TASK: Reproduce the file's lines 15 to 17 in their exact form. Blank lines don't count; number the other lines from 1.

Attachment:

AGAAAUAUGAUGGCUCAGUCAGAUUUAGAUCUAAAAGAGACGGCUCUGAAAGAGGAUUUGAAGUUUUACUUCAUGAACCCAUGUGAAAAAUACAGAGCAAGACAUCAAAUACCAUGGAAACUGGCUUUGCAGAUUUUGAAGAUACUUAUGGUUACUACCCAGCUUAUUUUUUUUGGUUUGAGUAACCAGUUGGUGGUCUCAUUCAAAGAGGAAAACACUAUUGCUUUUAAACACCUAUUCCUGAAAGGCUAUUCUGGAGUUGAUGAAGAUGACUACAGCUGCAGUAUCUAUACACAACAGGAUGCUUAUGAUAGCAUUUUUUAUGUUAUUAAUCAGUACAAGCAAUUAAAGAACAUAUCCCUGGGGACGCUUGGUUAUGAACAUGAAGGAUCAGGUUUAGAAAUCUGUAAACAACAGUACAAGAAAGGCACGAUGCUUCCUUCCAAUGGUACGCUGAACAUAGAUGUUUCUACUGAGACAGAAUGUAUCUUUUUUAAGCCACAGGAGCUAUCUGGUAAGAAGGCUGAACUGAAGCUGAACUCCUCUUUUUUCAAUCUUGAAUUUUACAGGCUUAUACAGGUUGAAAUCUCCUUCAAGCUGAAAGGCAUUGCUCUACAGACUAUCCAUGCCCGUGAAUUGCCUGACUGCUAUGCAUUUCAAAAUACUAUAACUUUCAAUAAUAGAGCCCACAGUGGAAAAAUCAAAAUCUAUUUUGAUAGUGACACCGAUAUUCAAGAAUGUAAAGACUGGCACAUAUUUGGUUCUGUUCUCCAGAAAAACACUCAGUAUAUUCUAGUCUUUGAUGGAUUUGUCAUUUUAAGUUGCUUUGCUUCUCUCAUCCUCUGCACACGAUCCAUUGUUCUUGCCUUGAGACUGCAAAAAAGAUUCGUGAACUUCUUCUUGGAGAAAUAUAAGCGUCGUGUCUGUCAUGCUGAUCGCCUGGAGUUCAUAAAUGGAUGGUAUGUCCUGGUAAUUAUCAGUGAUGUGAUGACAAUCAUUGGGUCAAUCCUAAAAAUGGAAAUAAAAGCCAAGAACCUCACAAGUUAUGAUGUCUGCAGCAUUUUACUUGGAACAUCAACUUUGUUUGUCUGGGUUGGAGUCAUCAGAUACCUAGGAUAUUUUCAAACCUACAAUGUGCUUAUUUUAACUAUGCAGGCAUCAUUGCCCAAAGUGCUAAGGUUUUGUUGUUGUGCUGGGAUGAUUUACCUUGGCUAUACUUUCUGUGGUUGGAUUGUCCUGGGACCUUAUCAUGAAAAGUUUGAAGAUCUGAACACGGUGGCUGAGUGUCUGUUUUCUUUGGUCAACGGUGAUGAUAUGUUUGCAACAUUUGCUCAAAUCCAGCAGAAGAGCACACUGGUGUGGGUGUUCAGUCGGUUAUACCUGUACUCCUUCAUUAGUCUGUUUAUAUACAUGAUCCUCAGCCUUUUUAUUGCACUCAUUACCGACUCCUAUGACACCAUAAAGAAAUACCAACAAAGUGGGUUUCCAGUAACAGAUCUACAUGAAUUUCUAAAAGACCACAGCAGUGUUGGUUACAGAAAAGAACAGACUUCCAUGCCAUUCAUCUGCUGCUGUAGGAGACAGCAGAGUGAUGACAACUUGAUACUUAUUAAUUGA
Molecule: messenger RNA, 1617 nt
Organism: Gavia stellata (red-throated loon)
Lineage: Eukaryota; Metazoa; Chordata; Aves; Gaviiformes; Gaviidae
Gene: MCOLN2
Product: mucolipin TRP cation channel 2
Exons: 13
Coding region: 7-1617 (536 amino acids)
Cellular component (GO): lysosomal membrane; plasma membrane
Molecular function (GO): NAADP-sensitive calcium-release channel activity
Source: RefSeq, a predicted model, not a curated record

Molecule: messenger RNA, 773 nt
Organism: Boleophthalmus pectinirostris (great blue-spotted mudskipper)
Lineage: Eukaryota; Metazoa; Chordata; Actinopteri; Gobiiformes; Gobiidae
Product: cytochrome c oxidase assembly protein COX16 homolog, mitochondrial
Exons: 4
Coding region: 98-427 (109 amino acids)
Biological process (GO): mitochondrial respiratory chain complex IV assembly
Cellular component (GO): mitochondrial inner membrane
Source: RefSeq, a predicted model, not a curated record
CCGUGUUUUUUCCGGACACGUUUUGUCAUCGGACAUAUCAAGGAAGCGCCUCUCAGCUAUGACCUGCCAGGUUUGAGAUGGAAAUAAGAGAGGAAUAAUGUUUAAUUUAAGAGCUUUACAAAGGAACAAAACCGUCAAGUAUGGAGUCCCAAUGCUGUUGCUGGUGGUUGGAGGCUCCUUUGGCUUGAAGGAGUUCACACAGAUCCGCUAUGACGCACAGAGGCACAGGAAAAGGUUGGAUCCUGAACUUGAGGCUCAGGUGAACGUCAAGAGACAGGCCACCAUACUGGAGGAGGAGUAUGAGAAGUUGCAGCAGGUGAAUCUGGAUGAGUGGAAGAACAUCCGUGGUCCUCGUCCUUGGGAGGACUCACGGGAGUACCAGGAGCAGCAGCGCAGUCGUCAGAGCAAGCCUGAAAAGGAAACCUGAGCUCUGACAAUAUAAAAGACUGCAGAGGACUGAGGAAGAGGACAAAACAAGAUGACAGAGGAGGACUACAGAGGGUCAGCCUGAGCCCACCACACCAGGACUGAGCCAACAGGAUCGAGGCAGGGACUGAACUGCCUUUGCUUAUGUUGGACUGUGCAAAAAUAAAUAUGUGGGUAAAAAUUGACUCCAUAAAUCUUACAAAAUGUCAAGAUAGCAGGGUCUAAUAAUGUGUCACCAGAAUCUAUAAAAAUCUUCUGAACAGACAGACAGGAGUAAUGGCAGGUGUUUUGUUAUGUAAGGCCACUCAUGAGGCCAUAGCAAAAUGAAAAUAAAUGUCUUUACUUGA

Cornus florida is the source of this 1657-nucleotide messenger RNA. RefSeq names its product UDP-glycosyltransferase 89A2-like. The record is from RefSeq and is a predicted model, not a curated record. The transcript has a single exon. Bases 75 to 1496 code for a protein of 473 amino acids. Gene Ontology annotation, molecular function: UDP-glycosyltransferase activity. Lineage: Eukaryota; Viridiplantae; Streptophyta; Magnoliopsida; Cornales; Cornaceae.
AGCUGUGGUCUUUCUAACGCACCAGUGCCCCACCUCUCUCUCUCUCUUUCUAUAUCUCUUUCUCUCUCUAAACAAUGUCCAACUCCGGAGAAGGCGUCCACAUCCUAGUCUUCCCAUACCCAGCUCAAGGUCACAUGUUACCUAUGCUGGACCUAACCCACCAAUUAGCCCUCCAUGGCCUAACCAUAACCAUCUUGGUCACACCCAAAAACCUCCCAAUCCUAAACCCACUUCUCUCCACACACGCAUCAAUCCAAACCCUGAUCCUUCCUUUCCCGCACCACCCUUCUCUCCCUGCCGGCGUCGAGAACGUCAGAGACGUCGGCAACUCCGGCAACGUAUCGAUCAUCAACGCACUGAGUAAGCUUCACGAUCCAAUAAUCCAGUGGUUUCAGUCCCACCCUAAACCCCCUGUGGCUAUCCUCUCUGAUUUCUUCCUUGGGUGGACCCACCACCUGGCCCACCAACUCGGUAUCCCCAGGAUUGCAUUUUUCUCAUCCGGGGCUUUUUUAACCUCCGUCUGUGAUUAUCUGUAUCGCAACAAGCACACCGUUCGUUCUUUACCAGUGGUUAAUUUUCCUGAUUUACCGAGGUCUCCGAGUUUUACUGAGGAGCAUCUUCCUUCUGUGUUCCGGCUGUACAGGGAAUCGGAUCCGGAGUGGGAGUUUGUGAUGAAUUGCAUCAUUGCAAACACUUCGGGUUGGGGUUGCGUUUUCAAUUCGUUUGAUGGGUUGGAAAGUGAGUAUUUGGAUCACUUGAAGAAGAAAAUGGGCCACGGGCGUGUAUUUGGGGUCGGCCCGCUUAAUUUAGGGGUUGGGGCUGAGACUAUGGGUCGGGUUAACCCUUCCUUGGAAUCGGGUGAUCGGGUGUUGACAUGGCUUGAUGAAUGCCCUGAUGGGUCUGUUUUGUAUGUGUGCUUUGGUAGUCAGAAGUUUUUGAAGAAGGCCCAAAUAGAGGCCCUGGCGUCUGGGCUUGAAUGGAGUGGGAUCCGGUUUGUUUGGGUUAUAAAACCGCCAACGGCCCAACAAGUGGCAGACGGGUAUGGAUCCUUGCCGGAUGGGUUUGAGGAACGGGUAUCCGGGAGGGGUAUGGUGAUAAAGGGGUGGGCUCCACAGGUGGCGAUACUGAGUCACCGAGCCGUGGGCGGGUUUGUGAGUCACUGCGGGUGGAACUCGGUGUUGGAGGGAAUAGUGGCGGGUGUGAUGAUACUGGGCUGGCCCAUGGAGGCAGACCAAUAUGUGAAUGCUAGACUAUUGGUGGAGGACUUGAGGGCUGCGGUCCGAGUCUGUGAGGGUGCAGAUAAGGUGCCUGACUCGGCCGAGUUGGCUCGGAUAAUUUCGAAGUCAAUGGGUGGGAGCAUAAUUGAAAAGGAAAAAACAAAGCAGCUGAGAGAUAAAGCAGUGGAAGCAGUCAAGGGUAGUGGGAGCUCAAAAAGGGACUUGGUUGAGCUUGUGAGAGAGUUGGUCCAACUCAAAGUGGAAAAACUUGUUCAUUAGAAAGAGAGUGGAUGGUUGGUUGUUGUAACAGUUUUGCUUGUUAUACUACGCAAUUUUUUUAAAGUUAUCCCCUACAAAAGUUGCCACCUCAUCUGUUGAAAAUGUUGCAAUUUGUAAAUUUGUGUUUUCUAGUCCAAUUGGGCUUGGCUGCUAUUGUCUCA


Product: cytochrome c oxidase assembly protein COX16 homolog, mitochondrial
Exons: 4
Coding region: 98-427 (109 amino acids)